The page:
"Fungi are exciting organisms to study but they are often the preserve of the specialist. That's all changed with the production of this book. Moore, Robson and Trinci have now made fungi accessible to everyone with interesting comments, explanatory figures, clear illustrations and personal observations. Even if you are not a student of physiology or genetics the book is reader friendly such that you can pick the book up and choose a chapter. For those, amateur or student, who want to learn more about fungi this is your text; even the professional will find it of great use in refreshing the memory and I am sure will pick up a few tricks in doing so."
- Professor Roy Watling MBE, FRSE, Royal Botanic Gardens, Edinburgh
"[...] written in delightful prose, integrating concepts and interdisciplinary knowledge. [...] very user friendly [...] The CD is a great feature of the book, making this an outstanding resource. [...] a very useful book for fungi aficionados, experts, students, and classroom teaching. This book could become a classic in the field and will be an enjoyable read for anyone wanting to learn more about fungi."-
- Plant Science Bulletin
"This is an innovative text, both in its presentation and its organization. The authors' broad experience and nearly encyclopedic knowledge lend strength and their many years of teaching experience all increase its value. The volume is remarkably well written and well copy edited. This book is a marvelous effort to holistically integrate mycology into modern systems biology."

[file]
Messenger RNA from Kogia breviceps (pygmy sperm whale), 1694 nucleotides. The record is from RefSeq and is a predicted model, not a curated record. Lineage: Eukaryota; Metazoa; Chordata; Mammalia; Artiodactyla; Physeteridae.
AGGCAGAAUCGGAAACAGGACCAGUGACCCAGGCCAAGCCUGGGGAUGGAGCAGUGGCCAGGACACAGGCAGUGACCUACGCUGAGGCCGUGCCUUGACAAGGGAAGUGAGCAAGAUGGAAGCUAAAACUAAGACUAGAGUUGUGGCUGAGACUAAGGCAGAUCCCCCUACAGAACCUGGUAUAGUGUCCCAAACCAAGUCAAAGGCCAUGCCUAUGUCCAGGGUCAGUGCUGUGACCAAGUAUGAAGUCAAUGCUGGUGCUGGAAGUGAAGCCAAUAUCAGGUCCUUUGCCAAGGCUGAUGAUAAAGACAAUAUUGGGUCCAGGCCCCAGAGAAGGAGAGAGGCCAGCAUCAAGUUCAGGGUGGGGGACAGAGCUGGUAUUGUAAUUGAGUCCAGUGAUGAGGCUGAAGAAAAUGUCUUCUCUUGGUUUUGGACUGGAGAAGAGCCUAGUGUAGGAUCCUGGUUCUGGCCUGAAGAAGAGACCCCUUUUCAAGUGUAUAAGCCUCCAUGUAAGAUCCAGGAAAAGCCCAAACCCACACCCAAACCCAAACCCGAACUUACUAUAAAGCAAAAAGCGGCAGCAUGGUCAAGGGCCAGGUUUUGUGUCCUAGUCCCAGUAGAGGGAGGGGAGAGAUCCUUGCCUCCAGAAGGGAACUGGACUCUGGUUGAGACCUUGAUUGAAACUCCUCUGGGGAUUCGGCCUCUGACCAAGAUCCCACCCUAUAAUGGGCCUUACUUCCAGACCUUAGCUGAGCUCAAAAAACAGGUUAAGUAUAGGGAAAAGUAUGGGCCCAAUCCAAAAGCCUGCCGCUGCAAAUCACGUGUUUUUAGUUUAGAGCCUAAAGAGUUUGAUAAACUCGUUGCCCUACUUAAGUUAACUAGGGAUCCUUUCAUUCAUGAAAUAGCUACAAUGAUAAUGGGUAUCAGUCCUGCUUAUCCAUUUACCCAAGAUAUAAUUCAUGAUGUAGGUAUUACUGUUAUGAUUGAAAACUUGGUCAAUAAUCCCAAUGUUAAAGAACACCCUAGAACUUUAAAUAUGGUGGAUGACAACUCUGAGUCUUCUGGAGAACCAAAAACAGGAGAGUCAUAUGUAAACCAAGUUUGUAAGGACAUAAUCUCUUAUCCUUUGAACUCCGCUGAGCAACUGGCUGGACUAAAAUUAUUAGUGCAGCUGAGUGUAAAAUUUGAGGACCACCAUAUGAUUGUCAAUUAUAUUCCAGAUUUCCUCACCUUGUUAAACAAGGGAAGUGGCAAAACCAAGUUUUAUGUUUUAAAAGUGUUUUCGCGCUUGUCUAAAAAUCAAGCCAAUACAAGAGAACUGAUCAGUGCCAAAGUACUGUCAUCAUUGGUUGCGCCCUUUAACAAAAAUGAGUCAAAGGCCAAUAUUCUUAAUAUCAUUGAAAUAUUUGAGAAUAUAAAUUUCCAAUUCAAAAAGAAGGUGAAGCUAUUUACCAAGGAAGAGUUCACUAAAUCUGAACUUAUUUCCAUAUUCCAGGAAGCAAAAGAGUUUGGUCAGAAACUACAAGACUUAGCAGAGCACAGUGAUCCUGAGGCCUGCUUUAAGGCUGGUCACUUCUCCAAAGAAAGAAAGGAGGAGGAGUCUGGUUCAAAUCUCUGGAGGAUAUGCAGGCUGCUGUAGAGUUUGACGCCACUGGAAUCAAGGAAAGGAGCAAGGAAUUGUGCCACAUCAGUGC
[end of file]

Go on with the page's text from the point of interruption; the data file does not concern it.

- David Yohalem, Inoculum
Part I. Nature and Origins of Fungi
1. 21st-century fungal communities
2. Evolutionary origins
3. Natural classification of fungi
Part II. Fungal Cell Biology
4. Hyphal cell biology and growth on solid substrates
5. Fungal cell biology
6. Structure and synthesis of fungal cell walls
Part III. Fungal Genetics and Diversity
7. From the haploid to the functional diploid: homokaryons, heterokaryons, dikaryons and compatibility
8. Sexual reproduction: the basis of diversity and taxonomy
9. Continuing the diversity theme: cell and tissue differentiation
Part IV. Biochemistry and Developmental Biology of Fungi
10. Fungi in ecosystems
11. Exploiting fungi for food
12. Development and morphogenesis
Part V. Fungi as Saprotrophs, Symbionts and Pathogens
13. Ecosystem mycology: saprotrophs, and mutualisms between plants and fungi
14. Fungi as pathogens of plants
15. Fungi as symbionts and predators of animals
16. Fungi as pathogens of animals, including man
Part VI. Fungal Biotechnology and Bioinformatics
17. Whole organism biotechnology
18. Molecular biotechnology
Part VII. Appendices
Appendix 1. Outline classification of fungi
Appendix 2. Mycelial and hyphal
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David Moore is a retired Reader in Genetics and Honorary Reader in the Faculty of Life Sciences at the University of Manchester. He is a past President of the British Mycological Society and was Executive Editor of the international scientific journal Mycological Research for ten years. In recent years he has created the educational website www.fungi4schools.org which provides resources for UK schools, sponsored by the British Mycological Society.
Geoffrey D. Robson is Senior Lecturer in the Faculty of Life Sciences at the University of Manchester, UK. He teaches the undergraduate courses 'Microbes, Man and the Environment', 'Fungal Ecology and Biotechnology' and 'Microbial Biotechnology' and is Programme Director for the Enterprise Biotechnology Course. He is currently General Secretary of the British Mycological Society.
Anthony P. J. Trinci was Barker Professor of Cryptogamic Botany and Dean of the School of Biological Sciences, and is now Emeritus Professor at the University of Manchester. His teaching at Manchester included undergraduate courses in microbiology, mycology and biotechnology, and postgraduate level units in microbial biotechnology. He is a past President of both the Society for General Microbiology and the British Mycological Society.